JP Sharp, JD, MPH – The Current and Future State of Value Pt. 2

In this episode we hear part 2 of the conversation between, Josh Vire and JP Sharp, where they discuss the current and future state of value-based care including primary and specialty care and the recently released making care primary payment model.

You’ve recently in your career focused on integration of behavioral health with primary care. Can you speak to a little bit how critical important that is in on this path of transformation and alternative payment models and those challenges with access to behavioral health and the finances of behavioral health care?

Glad you bring that up. It is a trend and for a reason is that our thinking, I think it’s caught on in this kind of evolution of behavioral health being much more central to healthcare not this silent thing and that’s just a vestige of history is that we as a people in healthcare and in America just drew a line there and said here’s physical healthcare over here and there is behavioral healthcare over there and they were siloed off and behavioral health care was often more stigmatized and so it got the short end of the stick when it came to attention and funding and innovation. And so, it it’s only through a snowballing of research and public momentum and acceptance of this where stigma of behavioral health and treatment associated with it is being reduced.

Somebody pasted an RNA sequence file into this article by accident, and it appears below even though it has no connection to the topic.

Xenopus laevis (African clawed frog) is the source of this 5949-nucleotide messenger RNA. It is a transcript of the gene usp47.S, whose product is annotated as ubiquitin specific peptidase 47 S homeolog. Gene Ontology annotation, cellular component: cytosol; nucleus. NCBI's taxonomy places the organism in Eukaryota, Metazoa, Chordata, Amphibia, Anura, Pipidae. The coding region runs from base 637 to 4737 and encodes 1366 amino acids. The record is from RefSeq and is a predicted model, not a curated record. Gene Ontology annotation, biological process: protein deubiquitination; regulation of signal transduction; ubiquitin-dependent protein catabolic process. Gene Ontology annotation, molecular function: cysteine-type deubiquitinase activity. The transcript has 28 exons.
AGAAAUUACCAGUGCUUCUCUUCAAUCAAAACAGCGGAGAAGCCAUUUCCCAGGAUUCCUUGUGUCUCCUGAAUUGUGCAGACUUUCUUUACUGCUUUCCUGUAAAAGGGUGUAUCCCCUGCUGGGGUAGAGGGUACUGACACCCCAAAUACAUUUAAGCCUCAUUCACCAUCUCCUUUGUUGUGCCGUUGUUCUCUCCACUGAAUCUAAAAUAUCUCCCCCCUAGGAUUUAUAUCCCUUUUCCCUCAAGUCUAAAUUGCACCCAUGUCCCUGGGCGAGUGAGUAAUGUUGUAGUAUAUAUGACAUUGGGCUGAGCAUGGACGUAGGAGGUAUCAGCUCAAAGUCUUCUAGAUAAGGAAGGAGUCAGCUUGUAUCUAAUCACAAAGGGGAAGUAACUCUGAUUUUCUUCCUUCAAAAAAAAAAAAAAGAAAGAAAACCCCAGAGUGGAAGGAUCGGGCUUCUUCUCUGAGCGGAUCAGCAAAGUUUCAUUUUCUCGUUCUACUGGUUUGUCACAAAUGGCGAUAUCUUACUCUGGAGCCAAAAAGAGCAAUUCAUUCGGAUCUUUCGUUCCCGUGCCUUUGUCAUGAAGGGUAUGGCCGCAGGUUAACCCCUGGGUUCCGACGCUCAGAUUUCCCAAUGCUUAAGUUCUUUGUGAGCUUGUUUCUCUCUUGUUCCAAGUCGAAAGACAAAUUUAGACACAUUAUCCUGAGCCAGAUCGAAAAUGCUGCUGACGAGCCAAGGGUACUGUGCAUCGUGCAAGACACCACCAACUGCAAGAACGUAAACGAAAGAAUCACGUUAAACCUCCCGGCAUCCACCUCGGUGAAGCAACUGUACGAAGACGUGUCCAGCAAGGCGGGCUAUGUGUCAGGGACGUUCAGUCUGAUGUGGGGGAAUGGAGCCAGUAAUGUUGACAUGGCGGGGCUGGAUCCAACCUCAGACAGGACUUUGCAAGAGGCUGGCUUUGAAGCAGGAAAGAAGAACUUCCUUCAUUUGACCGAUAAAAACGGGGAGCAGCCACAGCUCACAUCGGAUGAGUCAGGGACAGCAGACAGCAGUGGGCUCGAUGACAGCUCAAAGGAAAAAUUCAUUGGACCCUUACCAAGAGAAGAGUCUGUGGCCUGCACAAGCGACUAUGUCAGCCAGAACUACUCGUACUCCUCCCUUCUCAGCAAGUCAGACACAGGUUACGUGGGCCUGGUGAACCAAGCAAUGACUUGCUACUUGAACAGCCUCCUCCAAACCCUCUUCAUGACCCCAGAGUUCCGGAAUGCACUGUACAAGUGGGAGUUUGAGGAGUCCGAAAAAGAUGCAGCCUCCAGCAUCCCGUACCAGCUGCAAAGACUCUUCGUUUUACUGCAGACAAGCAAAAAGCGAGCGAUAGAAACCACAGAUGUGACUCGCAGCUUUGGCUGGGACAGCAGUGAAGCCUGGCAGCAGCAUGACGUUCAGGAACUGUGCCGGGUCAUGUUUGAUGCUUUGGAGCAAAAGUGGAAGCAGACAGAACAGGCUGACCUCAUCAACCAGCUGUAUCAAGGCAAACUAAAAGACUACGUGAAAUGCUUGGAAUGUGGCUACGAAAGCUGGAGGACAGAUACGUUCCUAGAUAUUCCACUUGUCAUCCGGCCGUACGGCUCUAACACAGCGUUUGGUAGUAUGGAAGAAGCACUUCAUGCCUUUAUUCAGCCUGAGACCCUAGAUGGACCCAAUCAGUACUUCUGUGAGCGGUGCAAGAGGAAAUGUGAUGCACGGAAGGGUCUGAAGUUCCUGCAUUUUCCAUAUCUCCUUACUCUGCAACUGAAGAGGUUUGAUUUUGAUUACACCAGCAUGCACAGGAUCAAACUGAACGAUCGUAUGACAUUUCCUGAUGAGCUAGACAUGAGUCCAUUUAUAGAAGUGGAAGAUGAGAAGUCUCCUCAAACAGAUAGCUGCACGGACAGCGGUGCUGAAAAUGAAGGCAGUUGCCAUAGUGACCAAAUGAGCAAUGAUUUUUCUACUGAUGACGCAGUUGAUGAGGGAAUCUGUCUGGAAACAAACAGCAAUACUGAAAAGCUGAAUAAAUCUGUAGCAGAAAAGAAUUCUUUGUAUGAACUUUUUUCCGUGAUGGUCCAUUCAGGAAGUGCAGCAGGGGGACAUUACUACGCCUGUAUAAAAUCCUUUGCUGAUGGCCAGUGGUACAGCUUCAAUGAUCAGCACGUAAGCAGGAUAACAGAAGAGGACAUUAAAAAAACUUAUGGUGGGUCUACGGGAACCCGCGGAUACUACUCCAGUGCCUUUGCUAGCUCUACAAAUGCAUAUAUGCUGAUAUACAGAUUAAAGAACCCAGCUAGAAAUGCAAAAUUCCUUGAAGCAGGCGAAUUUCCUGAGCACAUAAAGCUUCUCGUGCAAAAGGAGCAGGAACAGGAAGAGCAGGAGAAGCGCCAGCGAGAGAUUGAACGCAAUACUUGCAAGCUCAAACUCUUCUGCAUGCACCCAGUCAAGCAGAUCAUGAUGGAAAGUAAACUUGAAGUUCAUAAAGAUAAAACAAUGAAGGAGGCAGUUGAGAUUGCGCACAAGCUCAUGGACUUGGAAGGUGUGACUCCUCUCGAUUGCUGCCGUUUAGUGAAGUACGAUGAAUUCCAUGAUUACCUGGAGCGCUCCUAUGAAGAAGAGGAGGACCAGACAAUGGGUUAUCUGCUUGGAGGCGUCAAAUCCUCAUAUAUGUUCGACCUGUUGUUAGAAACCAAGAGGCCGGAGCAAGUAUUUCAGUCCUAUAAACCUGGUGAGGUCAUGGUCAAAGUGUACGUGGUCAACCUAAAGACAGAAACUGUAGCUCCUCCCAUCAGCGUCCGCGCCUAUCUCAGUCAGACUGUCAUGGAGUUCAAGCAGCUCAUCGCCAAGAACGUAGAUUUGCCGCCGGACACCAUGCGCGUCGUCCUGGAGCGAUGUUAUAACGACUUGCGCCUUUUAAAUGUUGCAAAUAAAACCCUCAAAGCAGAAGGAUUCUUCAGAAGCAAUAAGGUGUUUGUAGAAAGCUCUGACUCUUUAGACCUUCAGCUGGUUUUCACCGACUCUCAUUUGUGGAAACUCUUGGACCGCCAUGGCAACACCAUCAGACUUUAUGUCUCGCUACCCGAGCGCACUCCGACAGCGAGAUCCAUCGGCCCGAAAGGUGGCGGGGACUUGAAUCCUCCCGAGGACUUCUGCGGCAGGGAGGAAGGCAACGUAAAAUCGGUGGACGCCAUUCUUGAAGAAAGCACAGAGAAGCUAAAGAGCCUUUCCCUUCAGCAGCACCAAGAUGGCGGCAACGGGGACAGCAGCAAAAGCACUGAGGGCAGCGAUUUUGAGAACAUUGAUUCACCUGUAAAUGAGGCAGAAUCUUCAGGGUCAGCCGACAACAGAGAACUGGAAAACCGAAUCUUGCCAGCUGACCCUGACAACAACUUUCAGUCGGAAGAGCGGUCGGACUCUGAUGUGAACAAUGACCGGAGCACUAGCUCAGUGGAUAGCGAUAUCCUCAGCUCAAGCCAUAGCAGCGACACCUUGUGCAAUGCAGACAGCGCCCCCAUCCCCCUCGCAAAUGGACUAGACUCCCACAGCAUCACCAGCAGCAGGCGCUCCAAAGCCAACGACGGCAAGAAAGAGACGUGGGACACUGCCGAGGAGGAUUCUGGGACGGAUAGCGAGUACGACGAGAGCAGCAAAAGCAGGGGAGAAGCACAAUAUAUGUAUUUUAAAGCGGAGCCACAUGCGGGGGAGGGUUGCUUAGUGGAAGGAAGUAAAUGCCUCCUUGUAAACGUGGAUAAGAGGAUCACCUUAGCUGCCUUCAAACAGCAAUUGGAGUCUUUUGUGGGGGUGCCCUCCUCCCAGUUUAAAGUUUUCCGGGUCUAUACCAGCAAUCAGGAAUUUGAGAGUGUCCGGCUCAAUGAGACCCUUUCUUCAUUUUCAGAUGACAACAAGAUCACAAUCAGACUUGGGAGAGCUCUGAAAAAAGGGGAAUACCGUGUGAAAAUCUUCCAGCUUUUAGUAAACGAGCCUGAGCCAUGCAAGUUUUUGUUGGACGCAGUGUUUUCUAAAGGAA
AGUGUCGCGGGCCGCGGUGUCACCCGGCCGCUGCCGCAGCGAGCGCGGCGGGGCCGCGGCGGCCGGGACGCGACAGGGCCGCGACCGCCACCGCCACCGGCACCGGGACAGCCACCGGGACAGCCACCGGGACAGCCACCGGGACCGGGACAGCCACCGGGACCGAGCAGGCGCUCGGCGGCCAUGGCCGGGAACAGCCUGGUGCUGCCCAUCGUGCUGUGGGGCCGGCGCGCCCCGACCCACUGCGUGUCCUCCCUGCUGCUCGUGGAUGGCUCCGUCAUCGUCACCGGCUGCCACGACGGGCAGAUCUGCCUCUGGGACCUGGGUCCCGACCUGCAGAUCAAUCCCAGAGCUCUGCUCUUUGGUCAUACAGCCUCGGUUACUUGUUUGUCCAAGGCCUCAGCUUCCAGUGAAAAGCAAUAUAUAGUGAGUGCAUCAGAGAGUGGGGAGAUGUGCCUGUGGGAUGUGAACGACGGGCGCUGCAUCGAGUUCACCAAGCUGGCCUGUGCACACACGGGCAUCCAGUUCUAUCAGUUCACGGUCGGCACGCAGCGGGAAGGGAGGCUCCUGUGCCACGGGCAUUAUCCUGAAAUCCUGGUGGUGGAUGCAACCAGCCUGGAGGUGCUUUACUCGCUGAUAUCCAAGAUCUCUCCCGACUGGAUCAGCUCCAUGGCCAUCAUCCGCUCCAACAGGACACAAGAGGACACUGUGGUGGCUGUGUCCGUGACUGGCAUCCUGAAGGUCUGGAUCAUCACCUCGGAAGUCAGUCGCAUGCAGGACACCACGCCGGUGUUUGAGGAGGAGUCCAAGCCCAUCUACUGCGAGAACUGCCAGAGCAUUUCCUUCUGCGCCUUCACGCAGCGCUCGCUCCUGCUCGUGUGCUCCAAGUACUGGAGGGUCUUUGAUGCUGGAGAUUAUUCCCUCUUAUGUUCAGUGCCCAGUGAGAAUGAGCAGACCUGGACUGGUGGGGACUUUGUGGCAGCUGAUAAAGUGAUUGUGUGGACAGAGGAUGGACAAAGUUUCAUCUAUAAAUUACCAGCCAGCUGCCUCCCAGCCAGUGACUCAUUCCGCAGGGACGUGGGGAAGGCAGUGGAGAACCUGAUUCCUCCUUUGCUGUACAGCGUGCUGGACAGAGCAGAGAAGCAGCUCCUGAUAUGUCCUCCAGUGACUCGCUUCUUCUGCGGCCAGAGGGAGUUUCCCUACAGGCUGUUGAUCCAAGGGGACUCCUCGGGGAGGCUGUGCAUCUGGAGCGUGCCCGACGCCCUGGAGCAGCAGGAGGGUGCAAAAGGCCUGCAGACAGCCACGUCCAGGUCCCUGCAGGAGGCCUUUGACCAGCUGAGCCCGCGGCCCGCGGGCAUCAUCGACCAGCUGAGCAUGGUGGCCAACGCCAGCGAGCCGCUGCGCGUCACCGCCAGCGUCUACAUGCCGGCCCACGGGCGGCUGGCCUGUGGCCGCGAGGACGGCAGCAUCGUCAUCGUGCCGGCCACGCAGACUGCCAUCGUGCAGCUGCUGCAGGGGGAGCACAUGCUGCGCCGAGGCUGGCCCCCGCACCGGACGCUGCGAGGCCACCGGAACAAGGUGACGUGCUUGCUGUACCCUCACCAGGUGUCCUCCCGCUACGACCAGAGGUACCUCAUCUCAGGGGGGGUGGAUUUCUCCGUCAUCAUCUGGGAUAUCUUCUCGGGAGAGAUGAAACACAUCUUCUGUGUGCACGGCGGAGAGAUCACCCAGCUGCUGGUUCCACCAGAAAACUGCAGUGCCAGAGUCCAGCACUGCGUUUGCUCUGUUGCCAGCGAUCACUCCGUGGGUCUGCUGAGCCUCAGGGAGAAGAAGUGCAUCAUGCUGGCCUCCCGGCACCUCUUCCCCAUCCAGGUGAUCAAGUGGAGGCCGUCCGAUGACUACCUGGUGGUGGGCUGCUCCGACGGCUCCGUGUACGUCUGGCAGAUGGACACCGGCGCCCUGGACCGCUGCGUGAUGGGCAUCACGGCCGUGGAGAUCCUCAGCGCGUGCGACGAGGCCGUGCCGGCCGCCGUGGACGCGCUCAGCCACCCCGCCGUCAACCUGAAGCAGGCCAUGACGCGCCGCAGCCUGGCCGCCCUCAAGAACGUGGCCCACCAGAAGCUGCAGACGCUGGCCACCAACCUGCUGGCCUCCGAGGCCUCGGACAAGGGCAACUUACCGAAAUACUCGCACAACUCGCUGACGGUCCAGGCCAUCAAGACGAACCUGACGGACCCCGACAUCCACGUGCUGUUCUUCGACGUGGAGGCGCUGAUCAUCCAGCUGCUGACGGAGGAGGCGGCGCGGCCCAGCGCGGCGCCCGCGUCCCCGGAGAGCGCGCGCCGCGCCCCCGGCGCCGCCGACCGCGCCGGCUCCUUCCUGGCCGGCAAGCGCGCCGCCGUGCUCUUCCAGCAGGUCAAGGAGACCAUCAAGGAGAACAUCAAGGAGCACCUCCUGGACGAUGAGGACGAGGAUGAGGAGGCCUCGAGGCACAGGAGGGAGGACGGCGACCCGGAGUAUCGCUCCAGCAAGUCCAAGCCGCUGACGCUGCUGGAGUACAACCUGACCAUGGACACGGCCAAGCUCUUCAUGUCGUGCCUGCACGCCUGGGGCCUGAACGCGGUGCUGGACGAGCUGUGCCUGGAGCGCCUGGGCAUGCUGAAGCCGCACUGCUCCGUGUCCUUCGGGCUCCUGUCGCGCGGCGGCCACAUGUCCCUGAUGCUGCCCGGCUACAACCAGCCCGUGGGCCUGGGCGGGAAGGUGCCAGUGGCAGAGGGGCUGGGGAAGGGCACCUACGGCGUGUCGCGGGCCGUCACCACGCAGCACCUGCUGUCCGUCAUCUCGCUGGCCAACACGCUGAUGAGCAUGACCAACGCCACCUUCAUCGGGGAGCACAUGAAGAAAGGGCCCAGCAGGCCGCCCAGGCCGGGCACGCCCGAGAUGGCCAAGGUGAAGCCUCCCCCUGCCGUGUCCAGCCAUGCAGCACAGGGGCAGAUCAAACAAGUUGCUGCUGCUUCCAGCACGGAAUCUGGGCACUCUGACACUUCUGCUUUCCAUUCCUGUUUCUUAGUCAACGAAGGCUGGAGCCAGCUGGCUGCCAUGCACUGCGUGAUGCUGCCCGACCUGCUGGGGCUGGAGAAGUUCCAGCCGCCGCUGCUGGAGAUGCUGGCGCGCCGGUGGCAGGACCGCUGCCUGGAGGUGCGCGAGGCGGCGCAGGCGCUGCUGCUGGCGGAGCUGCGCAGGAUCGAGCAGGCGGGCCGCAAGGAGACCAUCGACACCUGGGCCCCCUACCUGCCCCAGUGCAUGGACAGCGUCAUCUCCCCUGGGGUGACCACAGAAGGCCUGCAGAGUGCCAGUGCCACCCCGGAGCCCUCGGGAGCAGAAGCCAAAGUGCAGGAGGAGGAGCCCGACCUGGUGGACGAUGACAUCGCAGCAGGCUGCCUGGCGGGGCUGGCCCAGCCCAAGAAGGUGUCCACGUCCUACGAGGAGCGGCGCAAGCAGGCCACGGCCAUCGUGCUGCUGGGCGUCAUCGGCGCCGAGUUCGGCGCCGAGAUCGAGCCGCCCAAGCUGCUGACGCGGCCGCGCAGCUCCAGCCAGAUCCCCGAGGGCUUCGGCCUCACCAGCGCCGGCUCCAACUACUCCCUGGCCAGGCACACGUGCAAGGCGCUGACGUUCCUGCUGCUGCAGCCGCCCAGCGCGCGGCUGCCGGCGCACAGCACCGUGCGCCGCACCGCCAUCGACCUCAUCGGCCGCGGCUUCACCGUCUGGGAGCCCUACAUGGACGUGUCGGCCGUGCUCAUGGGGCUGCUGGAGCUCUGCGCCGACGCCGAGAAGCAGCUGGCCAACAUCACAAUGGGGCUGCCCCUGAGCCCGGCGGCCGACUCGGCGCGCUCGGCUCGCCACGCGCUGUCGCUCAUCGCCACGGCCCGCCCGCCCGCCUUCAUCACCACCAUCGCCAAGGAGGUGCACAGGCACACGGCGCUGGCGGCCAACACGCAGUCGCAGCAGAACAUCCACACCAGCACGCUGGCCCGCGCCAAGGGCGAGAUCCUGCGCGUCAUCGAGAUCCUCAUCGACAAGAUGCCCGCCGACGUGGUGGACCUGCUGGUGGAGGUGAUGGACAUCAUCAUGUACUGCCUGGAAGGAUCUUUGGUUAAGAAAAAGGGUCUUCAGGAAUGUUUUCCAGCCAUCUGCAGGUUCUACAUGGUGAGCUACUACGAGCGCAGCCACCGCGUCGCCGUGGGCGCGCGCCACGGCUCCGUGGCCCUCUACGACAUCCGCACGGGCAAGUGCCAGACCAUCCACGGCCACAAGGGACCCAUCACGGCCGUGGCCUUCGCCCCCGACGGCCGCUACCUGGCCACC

It’s absolutely still there, but just better understanding of it. And it’s incorporation into physical health is twofold. It’s both from just an evidentiary standpoint and clinical is that they are linked. So the behavioral health impact, if you have say depression, your physical health if you have say diabetes, those are related you know if not like directly in a physiological mechanism but rather if you’re depression goes unchecked you’re less likely to take care of your diabetes and your physical health, take your meds, see your doctor what have you, and those things it’s a compounding exacerbating effect. And so, the thought now is that hey these are these things are so intertwined that evidence suggests treating behavioral health issues first and alongside primary care issues is going to result in better care.